Is a home birth right for you?

December 19, 2012 12:00 AM by

Giving birth is a remarkable experience, and while many deliveries occur in a hospital setting, more women are turning to alternatives like home birthing for greater intimacy during the labor process.

From Pamela Anderson to Gisele Bundchen, many celebrity pregnancies have resulted in home births. Former television personality and actress Ricki Lake sang her praises of the experience, telling Parent and Child magazine, "That high is something I will never forget. The feeling that 'if I can do this, I can do anything' has stayed with me through the years."

To learn more about the benefits of home birth and how to prepare your home for the process, consider these helpful tips!

The popularity of home births
According to the latest statistics from the Centers for Disease Control and Prevention (CDC), the number of home births increased by 29 percent from 2004 to 2009. This represents a dramatic shift in popularity and could be indicative of an overall trend toward lower-intervention labor and delivery.

"A lot of women really like the idea of home birth because they want a lower-intervention birth," said lead report author Marian MacDorman, a statistician at the CDC's National Center for Health Statistics. "A lot of women are worried about higher C-section rates and other types of intervention that happen once you go to the hospital."

The CDC also noted that most home births were attended by midwives, while only 5 percent were attended by physicians.

One in five home births involved women over the age of 35, and overall, home births were found to have a lower risk profile than hospital births, which the source suggests may be due to midwives and other attendants carefully vetting women for the process.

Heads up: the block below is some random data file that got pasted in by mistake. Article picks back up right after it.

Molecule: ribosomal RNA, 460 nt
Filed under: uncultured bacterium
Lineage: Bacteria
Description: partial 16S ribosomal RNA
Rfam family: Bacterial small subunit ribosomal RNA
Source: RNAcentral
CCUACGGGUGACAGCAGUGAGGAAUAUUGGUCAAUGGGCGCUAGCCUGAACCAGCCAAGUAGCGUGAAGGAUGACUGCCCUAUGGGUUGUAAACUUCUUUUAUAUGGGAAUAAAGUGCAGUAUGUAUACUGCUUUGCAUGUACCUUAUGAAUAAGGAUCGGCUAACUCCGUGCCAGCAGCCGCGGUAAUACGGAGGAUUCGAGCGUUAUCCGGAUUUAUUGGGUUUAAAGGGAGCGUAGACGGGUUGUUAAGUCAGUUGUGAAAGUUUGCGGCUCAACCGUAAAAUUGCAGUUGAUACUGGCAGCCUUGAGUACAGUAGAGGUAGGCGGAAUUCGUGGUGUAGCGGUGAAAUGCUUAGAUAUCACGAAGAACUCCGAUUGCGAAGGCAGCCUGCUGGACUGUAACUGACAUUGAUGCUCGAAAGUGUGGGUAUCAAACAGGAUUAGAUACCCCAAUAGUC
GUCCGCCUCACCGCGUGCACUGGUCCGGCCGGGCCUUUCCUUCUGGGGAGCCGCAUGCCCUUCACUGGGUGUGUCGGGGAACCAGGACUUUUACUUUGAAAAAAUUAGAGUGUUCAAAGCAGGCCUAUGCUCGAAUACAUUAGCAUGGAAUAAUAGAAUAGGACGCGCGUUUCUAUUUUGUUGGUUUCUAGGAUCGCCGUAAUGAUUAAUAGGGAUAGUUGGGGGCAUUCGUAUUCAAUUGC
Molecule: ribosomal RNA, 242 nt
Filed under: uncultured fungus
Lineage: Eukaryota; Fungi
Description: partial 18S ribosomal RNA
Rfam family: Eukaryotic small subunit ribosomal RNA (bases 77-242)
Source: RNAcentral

What makes someone a good candidate?
Home births are a great way for moms to immediately bond with their babies – for those who are expecting their first child, home births can make the experience of pregnancy even more positive. However, not all women are ideal candidates for a delivery at home.

Women with chronic high blood pressure, those who are diabetic and who may have experienced preterm labor in the past may benefit from being in a hospital setting, where medical staff can be on hand to respond to emergencies if they occur.

Women who want to avoid having an episiotomy, cesarean section or epidural may find home birth is the perfect solution for their birthing plans. Those who are healthy, have had no problems during pregnancy and want to be able to move around, engage with family and enjoy familiar surroundings during labor can benefit from home births.

Preparing for a home birth
For centuries, women gave birth in the comfort of their own homes. The process helped mothers develop connections more easily with newborns and facilitated the bonding process – something that modern mothers still enjoy to this day.

Women who are interested in planning a home birth should consult with a midwife or trusted healthcare provider. The following items should be on hand during the birth:

·  Plastic sheets
·  Sanitary pads
·  Warm towels
·  Receiving blankets
·  A home birthing kit
·  A bowl for the placenta
·  Birth plan and hospital bag
·  Clothes for after the birth

In addition to these items, a midwife will bring sterile gloves and gauze as well as IVs, equipment and medication that may be necessary during the delivery. Midwives can also bring necessary items for suturing tears. 

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